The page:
In this talk we present a problem consisting of modelling and testing for spatial functional data in the context of regression analysis. The motivating data set includes monthly measurements of 5 chemical elements taken from 5 different sites near Brno, Czech Republic. Sampling locations were selected with the purpose of testing if the sites can be divided in two parts, agricultural and forest soil, according to their chemical properties. We propose to treat the measurements taken from each sampling point as functions of time distributed in space. To test for the difference according to the soil type, we develop an interval-wise testing procedure, in a geostatistical framework. We propose to perform the tests on residuals of a spatial linear model with a functional response. We apply the proposed method to the available data and discuss the results from the geological viewpoint.
(joint work with A. Menafoglio, A. Pini, E. Fišerová)

Contact: alessandra.menafoglio@polimi.it
• Politecnico di Milano, Dipartimento di Matematica via Bonardi 9, 20133 Milano – Telefono: +39 02 2399 4505 – Fax: +39 02 2399 4568

•  dec 05 tue 2017 Seminar Alberto Farina, A sharp bernstein-type theorem for entire minimal graphs,  12-05-2017, 15:15

• Seminar
• Alberto Farina
• Université de Picardie
• A sharp bernstein-type theorem for entire minimal graphs
• Tuesday, 5 December 2017 at 15:15
• Sala Consiglio 7° piano
• Abstract
We consider entire solutions $u$ to the minimal surface equation in $\R^N$, with $N\ge8,$ and we prove the following sharp result : if $N-7$ partial derivatives $\frac{\partial u }{\partial {x_j}}$ are bounded on one side (not necessarily the same), then $u$ is necessarily an affine function.
• Politecnico di Milano, Dipartimento di Matematica via Bonardi 9, 20133 Milano – Telefono: +39 02 2399 4505 – Fax: +39 02 2399 4568

•  dec 14 thu 2017 MOX Seminar Series Martin Gander, Five decades of time parallel time integration: best current methods for parabolic and hyperbolic problems,  12-14-2017, 14:00

• MOX Seminar Series
• Martin Gander
• Section de Mathématiques, Université de Geneve
• Five decades of time parallel time integration: best current methods for parabolic and hyperbolic problems
• Thursday, 14 December 2017 at 14:00
• Aula Consiglio VII Piano – Edificio 14, Dipartimento di Matematica POLITECNICO DI MILANO
• Abstract
Time parallel time integration methods have received renewed interest over the last decade because of the advent of massively parallel computers, due to the clock speed limit reached on today’s processors. When solving time dependent partial differential equations, the time direction is usually not used for parallelization. But when parallelization in space saturates, the time direction offers itself as a further direction for parallelization. The time direction is however special, and for evolution problems there is a causality principle: the solution later in time is determined by the solution earlier in time, so the flow of information is just into the direction forward in time. Algorithms trying to use the time direction for parallelization must therefore be special, and take this very different property of the time dimension into account.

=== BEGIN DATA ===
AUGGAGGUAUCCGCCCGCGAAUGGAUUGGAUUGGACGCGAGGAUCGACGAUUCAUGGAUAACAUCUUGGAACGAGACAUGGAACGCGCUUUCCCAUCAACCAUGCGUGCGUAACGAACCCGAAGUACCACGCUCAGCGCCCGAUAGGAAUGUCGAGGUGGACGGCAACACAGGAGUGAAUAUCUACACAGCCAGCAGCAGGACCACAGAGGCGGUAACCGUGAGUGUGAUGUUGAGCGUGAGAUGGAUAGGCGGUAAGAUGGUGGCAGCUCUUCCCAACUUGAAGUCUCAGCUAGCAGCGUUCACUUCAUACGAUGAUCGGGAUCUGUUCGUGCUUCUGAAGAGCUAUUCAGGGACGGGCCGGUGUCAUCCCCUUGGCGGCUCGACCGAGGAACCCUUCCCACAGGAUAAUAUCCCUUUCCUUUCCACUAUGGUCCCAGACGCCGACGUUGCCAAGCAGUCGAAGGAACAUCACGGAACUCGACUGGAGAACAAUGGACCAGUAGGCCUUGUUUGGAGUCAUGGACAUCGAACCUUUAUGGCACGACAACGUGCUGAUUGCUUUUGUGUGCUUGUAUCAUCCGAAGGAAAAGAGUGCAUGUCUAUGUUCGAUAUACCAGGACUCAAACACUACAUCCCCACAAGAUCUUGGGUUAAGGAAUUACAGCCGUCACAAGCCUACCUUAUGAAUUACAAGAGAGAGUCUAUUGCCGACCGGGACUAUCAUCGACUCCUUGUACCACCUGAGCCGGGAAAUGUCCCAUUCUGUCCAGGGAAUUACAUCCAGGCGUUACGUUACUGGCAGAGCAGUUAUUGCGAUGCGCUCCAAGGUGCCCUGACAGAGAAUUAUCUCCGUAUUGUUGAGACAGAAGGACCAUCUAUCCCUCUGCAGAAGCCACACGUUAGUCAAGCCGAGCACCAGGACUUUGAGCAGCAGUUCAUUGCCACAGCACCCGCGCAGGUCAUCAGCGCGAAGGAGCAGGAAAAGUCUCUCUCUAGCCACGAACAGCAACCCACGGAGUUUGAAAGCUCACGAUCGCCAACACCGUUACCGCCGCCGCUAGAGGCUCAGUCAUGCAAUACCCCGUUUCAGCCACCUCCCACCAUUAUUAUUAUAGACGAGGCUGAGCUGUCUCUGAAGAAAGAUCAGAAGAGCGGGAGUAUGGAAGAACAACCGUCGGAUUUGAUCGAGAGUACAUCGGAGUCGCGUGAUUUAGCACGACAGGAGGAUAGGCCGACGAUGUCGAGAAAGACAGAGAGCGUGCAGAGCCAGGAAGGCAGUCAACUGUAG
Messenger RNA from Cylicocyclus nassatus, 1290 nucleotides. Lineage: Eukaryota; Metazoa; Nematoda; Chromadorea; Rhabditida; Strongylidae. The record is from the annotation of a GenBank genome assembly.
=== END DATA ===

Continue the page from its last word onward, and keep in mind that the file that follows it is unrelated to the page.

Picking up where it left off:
I will show in this talk how time parallel time integration methods were invented over the past five decades, and give a classification into four different groups: methods based on multiple shooting,
space-time multigrid methods, methods based on domain decomposition and waveform relaxation, and direct time parallel methods. The performance of these methods depends on the nature of the underlying evolution problem, and it turns out that for the first two classes of methods, time parallelization is only really possible for parabolic problems, while the last two classes can also be used to parallelize
hyperbolic problems in time. I will also explain in more detail one of the methods from each class: the parareal algorithm and a space-time multigrid method, which are currently among the most promising methods for parabolic problems, and a Schwarz waveform relaxation method related to tent-pitching and a direct time parallel method based on diagonalization of the time stepping matrix, which are very effective for hyperbolic problems.

Contact: marco.verani@polimi.it
• Martin J. Gander obtained his undergraduate degree from ETH Zürich in 1993, and his PhD from Stanford University in 1997. He then spent two years as a postdoctoral fellow at Ecole Polytechnique in Paris, before becoming professor of Mathematics at McGill University in 1999. In 2004, he followed the call by the University of Geneva for a full professorship in Mathematics. His main interests are numerical analysis, in particular parallel iterative methods for space-time problems.
• Politecnico di Milano, Dipartimento di Matematica via Bonardi 9, 20133 Milano – Telefono: +39 02 2399 4505 – Fax: +39 02 2399 4568

•  dec 19 tue 2017 Seminar Serena Dipierro, Long-range phase transitions and minimal surfaces,  12-19-2017, 15:15

• Seminar
• Serena Dipierro
• Università degli Studi di Milano